books climate change lifestyle

SOS – what you can do to reduce climate change, by Seth Wynes

When I’m doing a talk somewhere and take questions at the end, one of the most common is “which actions will make the biggest difference to climate change?” I always reply with flying and eating meat as two things that we can address with relative ease. There’s usually someone who wants to talk to me afterwards who had no idea that meat was so important. For some reason, the lifestyle choices most relevant to climate change are not common knowledge.

Here’s a book that might help. It’s by Seth Wynes, a Canadian climate scientist who wrote a much cited paper in 2017 that compared lifestyle actions. SOS takes that information and repackages it into “an indispensable guide to which actions are the most important at this most important moment.”

We start with transport, and the importance of flying. Because travel is so aspirational, we flaunt our air travel on social media as a status symbol and nobody bats an eyelid. But taking one less long distance flight a year is one of most significant choices we can make. Holiday locally, the book recommends. Get by without a car if you can, and live somewhere close enough to reduce your commuting time.

Food gets the longest chapter – though that’s not saying much in this very concise book. It compares vegan, vegetarian and pescetarian diets, not shying away from the message that “it is impossible to meet our climate targets without making a shift in our diet away from meat.” How far you want to take that is a personal choice, and there are plenty of ways to start small.

Of course, personal actions only get us so far. The really big changes are more systemic, and we need business and governments to act to. It’s not an either/or, as I’ve described before. We need both, and it’s good to see a chapter on collective action. There is an attempt to rank these by effectiveness that I don’t personally find all that convincing, and it writes off non violent direct action with a throwaway line about criminality, which is disappointing. But there is good advice here too, including the pointlessness of arguing online. If we took the time we spent arguing on the internet and spent it writing to our politicians, we’d be much more effective, Wynes suggests.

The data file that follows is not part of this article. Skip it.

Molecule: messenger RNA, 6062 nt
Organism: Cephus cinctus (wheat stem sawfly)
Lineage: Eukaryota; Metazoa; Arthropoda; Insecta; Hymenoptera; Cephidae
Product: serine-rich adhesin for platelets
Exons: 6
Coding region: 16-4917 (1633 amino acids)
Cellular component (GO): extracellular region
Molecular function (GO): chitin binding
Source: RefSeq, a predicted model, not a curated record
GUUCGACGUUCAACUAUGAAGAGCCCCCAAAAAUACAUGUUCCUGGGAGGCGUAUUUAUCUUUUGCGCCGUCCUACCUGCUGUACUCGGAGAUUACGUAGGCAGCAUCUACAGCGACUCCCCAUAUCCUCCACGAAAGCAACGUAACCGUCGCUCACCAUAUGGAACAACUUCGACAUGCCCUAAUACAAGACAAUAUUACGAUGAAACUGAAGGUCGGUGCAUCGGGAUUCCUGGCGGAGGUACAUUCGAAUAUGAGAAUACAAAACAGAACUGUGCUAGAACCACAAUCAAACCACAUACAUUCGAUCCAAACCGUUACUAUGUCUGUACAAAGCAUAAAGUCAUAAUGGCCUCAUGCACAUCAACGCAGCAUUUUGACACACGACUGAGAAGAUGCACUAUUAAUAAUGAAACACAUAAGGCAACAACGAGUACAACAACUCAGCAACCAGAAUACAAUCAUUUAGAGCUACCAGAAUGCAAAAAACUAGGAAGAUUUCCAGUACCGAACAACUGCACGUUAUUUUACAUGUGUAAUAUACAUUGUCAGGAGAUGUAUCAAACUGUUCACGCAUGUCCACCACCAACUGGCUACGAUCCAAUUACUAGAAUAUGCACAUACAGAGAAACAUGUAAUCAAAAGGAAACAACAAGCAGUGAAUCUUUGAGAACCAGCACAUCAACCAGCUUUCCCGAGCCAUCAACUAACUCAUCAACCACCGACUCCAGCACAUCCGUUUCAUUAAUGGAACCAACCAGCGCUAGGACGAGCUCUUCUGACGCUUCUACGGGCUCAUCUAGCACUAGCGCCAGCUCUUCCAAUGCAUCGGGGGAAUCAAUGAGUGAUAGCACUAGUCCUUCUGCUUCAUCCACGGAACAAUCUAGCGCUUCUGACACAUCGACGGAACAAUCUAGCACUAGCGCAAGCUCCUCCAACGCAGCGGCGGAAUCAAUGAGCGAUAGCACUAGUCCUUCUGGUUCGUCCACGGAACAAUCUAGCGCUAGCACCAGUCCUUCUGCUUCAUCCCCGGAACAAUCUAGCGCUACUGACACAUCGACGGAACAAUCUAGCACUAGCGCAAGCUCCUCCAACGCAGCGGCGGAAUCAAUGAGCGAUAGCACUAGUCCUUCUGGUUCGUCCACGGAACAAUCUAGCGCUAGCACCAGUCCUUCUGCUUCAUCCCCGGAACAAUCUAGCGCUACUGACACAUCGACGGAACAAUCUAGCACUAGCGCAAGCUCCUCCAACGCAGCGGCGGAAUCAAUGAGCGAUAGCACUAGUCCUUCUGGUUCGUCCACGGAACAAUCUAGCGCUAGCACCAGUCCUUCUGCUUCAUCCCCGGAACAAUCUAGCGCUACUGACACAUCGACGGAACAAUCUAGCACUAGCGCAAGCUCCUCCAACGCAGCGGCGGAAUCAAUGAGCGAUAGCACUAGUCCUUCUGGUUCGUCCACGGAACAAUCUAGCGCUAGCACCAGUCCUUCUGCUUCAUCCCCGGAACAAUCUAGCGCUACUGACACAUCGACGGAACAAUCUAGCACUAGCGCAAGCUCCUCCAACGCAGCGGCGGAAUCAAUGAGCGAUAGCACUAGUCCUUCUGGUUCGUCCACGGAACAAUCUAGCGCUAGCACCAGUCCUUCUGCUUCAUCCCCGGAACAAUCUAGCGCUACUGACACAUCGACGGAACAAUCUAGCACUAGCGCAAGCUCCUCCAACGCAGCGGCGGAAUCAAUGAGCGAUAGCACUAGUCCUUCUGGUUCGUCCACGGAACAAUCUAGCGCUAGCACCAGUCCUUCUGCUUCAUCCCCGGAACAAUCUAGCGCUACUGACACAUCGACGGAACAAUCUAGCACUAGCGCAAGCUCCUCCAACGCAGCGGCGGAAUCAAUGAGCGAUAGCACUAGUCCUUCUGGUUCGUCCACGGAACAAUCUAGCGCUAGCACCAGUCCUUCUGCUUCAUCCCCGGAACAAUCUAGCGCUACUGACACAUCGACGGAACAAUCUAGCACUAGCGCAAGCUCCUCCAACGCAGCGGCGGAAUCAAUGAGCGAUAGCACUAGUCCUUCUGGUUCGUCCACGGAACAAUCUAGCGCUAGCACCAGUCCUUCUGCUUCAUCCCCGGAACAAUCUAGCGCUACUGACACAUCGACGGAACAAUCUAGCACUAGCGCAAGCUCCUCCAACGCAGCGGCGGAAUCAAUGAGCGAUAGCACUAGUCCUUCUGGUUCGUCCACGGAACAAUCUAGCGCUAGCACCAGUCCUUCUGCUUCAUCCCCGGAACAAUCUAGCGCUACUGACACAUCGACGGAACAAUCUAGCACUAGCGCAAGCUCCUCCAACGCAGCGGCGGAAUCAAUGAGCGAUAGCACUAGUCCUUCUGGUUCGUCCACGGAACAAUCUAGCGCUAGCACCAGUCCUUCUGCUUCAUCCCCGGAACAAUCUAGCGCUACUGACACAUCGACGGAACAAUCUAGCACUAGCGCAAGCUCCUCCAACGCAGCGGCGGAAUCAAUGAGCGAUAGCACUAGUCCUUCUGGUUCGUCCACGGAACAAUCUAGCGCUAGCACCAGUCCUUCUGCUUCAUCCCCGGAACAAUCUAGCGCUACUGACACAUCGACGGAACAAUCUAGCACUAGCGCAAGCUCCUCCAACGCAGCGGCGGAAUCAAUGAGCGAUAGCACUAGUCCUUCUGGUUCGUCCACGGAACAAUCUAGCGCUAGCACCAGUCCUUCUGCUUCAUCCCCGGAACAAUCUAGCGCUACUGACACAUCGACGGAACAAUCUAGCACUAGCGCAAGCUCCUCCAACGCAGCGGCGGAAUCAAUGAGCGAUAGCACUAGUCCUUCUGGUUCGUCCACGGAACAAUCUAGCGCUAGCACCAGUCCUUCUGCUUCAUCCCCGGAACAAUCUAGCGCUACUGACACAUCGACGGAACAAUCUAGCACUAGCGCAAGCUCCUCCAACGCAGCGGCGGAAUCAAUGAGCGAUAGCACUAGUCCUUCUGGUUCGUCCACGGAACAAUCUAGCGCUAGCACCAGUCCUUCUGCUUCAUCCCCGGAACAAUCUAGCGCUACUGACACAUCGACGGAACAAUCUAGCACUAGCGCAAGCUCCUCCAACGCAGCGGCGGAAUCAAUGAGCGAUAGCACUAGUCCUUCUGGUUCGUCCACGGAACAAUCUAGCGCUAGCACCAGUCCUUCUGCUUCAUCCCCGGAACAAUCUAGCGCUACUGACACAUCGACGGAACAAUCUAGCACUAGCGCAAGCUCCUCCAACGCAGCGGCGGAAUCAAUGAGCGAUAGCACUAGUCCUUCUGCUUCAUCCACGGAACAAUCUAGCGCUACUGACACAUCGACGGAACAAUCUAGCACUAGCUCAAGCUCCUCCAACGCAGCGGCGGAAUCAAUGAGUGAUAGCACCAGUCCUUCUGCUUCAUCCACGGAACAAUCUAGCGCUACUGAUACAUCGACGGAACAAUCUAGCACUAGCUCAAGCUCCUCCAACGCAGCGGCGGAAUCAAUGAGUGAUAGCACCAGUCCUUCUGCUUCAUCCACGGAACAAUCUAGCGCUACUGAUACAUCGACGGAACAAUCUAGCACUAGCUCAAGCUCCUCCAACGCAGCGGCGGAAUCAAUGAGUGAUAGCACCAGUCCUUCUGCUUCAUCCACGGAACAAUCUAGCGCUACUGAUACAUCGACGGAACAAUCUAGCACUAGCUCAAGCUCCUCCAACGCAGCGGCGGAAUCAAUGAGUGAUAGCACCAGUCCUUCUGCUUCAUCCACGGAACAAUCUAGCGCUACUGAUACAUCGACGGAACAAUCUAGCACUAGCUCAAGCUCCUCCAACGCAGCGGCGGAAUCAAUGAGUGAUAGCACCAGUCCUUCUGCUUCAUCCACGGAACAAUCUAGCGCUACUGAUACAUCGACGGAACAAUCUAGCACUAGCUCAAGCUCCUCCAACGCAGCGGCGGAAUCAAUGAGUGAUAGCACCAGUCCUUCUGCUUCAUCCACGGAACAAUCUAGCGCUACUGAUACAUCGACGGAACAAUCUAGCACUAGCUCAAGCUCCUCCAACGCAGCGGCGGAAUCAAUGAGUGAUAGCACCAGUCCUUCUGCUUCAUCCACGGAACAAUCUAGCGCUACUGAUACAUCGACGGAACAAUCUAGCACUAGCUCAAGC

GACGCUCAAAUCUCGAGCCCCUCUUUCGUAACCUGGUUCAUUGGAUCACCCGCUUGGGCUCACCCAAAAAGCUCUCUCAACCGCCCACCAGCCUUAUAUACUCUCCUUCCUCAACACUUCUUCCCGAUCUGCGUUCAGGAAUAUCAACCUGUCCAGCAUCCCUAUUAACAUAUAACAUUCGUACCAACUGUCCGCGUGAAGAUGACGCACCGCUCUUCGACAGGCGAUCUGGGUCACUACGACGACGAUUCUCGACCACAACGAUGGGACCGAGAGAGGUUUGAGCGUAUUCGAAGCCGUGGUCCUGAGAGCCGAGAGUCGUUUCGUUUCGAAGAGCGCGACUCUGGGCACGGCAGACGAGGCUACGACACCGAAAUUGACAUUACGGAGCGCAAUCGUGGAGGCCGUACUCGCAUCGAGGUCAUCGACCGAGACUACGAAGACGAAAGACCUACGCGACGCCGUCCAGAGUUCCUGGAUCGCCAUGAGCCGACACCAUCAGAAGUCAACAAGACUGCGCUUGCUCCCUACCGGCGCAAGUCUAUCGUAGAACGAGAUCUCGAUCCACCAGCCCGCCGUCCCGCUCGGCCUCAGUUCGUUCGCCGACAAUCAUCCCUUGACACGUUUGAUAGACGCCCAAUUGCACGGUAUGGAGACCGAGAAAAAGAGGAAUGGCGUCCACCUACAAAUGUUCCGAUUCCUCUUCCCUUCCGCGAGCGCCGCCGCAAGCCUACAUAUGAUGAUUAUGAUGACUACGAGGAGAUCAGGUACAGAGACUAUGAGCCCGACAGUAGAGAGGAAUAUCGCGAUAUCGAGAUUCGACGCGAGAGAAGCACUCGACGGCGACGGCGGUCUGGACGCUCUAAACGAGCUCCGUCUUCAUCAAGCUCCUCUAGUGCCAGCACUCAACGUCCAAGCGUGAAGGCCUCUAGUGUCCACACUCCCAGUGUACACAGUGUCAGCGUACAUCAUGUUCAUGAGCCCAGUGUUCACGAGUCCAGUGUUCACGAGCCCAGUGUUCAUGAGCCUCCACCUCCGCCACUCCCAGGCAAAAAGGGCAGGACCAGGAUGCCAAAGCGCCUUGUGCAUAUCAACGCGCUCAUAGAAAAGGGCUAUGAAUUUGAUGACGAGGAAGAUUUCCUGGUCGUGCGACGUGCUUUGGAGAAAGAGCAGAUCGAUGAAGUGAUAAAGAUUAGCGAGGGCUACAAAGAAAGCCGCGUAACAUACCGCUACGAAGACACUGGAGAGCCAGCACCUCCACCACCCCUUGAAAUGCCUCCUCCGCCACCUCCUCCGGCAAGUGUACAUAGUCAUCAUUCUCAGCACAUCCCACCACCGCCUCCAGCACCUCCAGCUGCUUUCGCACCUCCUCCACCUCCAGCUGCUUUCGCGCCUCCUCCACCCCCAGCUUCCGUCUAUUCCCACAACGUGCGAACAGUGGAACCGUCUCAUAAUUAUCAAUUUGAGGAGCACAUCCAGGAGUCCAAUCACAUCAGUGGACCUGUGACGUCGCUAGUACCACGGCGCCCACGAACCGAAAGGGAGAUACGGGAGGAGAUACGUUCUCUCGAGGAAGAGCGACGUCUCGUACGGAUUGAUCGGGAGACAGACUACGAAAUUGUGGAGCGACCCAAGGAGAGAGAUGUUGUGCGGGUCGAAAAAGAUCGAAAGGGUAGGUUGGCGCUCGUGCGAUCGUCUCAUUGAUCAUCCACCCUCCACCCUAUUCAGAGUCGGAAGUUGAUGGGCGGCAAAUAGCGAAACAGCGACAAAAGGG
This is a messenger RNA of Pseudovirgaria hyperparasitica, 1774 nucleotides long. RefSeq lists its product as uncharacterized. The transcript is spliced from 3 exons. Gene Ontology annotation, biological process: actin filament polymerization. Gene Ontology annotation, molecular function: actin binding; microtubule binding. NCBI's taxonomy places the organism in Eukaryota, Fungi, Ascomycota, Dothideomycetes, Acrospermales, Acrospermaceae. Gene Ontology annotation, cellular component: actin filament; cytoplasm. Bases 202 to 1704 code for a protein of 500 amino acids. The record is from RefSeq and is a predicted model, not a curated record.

SOS reminded me of Martin Dorey’s recent book No More Plastic, which takes a similarly practical and non-nonsense approach to lifestyle choices. It’s very accessible, you can read it in an evening, and you’ll be better equipped to make some good decisions about your carbon footprint. But if you’re really far too busy, then what it comes down to is this: avoid flying, drive less and eat a plant based diet.

  • SOS – What you can do to reduce climate change is published by Penguin and is available from Earthbound Books UK or US.


  1. Being a science graduate (Chemistry), I would expect to be able to understand how the Greenhouse Effect works, but have not seen a convincing explanation for how a concentration of one part in 2,500 of the gas can have such a disproportionate effect. The greenhouse effect theory has been around for over a century, when it was first noted by the Swedish chemist, Arrhenius. However, carbon dioxide absorbs infrared radiation (IR) in three narrow bands of wavelengths, which are 2.7, 4.3 and 15 micrometers (µM). This means that most – about 92% – of the heat producing radiation escapes it. About 8% of the available black body radiation is picked up by these characteristic frequencies of CO2.

    Can someone please explain how a concentration of 1 part of carbon dioxide in 2500 can cause a greenhouse effect? We really need to know because we may be barking up the wrong tree altogether.

    1. As a chemist you would know that small concentrations can and do have a disproportionate effect – arsenic is poisonous from as little as two parts per million. I’m not a scientist and the technical details of how the greenhouse effect works are not something I’m going to attempt to describe, but we certainly shouldn’t be doubting it on the basis of disproportionate effects.

  2. As usual, having less children is not mentioned. Yet that is by far the most effective action and it also really helps address ALL the other environmental problems humanity faces as well. Why, oh why, are people so afraid to discuss matters to do with human population? The solutions are largely about female empowerment, surely something everyone can support…

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